A Stitch In Time by Kelley Armstrong
Thorne Manor has always been haunted…and it has always haunted Bronwyn Dale.
Publisher’s Description: Thorne Manor has always been haunted…and it has always haunted Bronwyn Dale. As a young girl, Bronwyn could pass through a time slip in her great-aunt’s house, where she visited William Thorne, a boy her own age, born two centuries earlier. After a family tragedy, the house was shuttered and Bronwyn was convinced that William existed only in her imagination.
Now, twenty years later Bronwyn inherits Thorne Manor. And when she returns, William is waiting.
William Thorne is no longer the boy she remembers. He’s a difficult and tempestuous man, his own life marred by tragedy and a scandal that had him retreating to self-imposed exile in his beloved moors. He’s also none too pleased with Bronwyn for abandoning him all those years ago.
As their friendship rekindles and sparks into something more, Bronwyn must also deal with ghosts in the present version of the house. Soon she realizes they are linked to William and the secret scandal that drove him back to Thorne Manor. To build a future, Bronwyn must confront the past.
Nervous Nellie’s nervousness necessitates knowledge of the novel. In other words …SPOILERS. *BEWARE*
Nervous Nellie says…
If you read some reviews of this book, you will find either the reader liked it or couldn’t finish it. I liked it. Was it the best I’ve ever read? Nah, not really. First of all, I’m not a fan of time travel. I find it hard to wrap my brain around. In this book, the characters struggle with the concept of changing the future by being in the past. One team thinks it will make a change to the future and the other team thinks that the universe will adapt and adjust. Well, isn’t that the same thing? I would like to have a conversation with someone who understands better than I do, that’s for sure.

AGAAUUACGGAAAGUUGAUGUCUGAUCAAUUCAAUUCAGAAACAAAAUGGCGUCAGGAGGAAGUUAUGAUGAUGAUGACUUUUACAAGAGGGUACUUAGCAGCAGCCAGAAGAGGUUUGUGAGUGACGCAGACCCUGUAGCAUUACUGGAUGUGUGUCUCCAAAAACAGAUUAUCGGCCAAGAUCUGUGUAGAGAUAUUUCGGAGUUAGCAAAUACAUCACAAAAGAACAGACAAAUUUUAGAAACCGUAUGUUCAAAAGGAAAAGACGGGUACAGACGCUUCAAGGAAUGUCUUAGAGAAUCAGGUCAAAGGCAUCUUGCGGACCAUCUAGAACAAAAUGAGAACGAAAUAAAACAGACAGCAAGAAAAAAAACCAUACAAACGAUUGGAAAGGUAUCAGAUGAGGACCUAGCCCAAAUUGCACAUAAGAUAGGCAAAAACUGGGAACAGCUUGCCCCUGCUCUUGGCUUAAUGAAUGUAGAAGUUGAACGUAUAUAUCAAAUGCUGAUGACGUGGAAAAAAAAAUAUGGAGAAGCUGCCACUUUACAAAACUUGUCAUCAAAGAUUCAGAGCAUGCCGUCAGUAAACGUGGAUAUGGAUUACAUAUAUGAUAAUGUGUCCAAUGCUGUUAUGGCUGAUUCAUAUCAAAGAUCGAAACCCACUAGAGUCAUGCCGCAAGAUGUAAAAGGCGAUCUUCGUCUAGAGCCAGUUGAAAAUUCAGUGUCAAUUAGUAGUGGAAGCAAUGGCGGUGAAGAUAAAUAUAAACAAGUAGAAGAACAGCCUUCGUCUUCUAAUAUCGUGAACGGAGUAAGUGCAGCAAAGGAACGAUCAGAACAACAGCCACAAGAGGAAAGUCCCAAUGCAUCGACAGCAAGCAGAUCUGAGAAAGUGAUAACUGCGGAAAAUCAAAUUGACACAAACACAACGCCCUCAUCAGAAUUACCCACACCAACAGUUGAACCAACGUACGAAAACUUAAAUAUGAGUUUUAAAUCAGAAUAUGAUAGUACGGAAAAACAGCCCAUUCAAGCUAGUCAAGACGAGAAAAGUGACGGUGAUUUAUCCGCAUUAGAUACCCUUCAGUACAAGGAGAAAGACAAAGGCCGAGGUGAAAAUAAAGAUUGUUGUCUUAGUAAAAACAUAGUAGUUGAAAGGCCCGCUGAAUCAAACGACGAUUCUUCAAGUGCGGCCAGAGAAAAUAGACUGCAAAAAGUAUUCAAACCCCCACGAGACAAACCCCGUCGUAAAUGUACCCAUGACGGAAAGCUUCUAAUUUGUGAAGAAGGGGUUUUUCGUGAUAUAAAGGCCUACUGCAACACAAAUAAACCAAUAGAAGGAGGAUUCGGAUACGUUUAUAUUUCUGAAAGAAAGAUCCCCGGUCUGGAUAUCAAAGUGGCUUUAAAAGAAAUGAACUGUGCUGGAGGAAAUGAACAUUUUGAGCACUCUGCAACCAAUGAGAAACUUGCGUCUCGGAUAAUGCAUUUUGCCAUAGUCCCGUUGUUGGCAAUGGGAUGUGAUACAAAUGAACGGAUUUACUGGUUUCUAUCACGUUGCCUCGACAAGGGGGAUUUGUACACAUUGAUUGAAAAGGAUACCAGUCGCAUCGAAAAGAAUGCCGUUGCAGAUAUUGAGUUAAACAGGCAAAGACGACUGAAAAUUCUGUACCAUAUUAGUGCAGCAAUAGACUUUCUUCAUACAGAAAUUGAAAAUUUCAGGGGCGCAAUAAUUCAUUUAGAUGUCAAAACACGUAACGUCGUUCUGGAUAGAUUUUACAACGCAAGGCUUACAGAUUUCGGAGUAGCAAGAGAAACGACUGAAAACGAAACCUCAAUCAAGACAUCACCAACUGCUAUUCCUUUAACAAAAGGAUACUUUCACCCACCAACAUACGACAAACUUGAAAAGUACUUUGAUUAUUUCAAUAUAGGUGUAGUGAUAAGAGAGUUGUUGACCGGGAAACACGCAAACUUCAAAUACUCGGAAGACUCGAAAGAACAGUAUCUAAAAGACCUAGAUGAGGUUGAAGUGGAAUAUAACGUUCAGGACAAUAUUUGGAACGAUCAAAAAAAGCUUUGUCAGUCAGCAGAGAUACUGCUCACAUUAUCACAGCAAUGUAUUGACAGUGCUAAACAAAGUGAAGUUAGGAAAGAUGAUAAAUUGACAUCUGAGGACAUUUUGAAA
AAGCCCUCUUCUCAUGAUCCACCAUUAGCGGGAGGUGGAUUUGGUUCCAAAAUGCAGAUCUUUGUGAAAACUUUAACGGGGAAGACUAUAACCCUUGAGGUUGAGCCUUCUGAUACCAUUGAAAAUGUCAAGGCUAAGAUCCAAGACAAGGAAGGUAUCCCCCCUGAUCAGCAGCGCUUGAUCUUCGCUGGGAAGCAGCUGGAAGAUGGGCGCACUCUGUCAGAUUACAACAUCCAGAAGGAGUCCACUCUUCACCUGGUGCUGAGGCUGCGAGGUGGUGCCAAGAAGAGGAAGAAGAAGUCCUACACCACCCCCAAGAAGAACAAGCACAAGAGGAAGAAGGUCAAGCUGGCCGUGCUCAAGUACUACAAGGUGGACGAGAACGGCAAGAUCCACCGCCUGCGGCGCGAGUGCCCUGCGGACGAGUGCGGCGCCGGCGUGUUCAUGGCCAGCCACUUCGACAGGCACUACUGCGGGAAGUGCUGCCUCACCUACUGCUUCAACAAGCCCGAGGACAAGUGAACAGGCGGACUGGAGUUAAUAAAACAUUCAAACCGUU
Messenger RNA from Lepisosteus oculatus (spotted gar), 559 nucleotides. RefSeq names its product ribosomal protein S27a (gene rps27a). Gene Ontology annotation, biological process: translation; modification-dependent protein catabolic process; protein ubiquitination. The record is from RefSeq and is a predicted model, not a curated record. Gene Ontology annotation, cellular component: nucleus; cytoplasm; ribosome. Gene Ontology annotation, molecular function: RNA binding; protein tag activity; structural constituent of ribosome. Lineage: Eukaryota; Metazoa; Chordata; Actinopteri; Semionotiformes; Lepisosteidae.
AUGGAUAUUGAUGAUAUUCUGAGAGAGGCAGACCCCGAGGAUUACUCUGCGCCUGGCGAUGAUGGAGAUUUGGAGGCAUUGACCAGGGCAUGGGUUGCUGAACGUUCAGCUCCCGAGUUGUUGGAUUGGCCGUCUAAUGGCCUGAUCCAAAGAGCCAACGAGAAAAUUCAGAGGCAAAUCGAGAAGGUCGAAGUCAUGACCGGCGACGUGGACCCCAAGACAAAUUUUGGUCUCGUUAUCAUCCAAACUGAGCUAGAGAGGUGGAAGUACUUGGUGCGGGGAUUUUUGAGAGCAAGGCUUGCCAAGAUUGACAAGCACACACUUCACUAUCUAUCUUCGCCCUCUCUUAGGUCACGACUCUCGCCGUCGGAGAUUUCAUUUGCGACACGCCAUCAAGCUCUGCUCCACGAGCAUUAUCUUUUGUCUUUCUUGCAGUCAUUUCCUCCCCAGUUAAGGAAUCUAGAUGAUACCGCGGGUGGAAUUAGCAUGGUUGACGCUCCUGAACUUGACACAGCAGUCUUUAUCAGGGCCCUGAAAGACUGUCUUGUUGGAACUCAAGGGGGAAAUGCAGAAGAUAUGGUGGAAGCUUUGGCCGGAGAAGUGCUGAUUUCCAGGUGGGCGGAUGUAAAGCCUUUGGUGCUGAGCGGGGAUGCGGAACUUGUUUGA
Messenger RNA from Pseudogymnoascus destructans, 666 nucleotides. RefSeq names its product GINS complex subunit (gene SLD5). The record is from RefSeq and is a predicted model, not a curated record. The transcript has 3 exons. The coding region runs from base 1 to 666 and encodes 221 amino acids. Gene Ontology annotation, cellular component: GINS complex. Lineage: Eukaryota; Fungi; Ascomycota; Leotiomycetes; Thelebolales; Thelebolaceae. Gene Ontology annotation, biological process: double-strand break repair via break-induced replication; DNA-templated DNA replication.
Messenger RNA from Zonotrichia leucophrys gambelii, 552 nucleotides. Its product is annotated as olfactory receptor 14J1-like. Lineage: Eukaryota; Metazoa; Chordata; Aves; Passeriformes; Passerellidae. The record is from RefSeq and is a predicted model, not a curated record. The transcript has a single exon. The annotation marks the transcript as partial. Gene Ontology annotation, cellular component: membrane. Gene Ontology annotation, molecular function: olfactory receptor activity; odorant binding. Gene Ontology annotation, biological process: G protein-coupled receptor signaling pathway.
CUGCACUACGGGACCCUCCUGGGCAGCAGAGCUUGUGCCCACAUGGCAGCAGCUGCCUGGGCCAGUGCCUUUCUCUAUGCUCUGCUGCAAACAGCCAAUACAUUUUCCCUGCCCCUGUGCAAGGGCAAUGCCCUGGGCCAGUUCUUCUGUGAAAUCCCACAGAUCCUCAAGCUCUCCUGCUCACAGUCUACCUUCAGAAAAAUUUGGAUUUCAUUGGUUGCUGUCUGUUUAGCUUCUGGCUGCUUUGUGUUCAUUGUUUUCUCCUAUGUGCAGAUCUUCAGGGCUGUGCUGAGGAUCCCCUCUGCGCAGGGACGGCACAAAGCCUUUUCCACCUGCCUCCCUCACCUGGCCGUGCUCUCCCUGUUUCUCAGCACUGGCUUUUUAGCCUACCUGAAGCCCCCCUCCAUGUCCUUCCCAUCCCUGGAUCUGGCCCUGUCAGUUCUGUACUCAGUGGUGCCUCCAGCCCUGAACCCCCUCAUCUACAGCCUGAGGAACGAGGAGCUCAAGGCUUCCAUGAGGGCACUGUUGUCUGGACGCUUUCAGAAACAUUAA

So, Bronwyn inherits an old manor house with ghosts. WARNING: Don’t read on unless you want to know some spoilers. She needs to find peace with these ghosts in order for them to move on. The problem with that is that these people had been killed (all except one and he was there with unfinished business) and Bronwyn has been tasked with helping find their murderer. The mystery part was what really engaged me – probably because that’s the genre I really like. The romance part was very sweet. William is complicated. He’s very much an introvert (which we can relate to) but he is and always will be, in love with Bronwyn. William is angry because Bronwyn left him at age 15 and never came back. He’s carried this anger for 23 years and really plays hard to get. Of course he gives in. Bronwyn (I love that name) has always loved Thorne manor, but she has a bad experience associated with it that she has to come to terms in order to move on. That, in a nutshell, is the book.
I have problems with the story. Bronwyn can bring her cell phone and a picnic basket to William’s side, but not a kitten. Bronwyn has a month old kitten that acts more like an 8 week old kitten and the kitten saves her life. Oh, sure – that’ll happen. I’ve never met a cat that would care if I was alive or dead unless that lack of life messed with it’s mealtime and believe me, I’ve had A LOT of cats. So, the fact of the matter is, if you can suspend your disbelief, you’ll probably enjoy this book. I did suspend my disbelief until I wrote this review, and I will say I liked the book. The mystery was a good one – lots of twists and I didn’t know who did it until the end. I give the story a 3.5.
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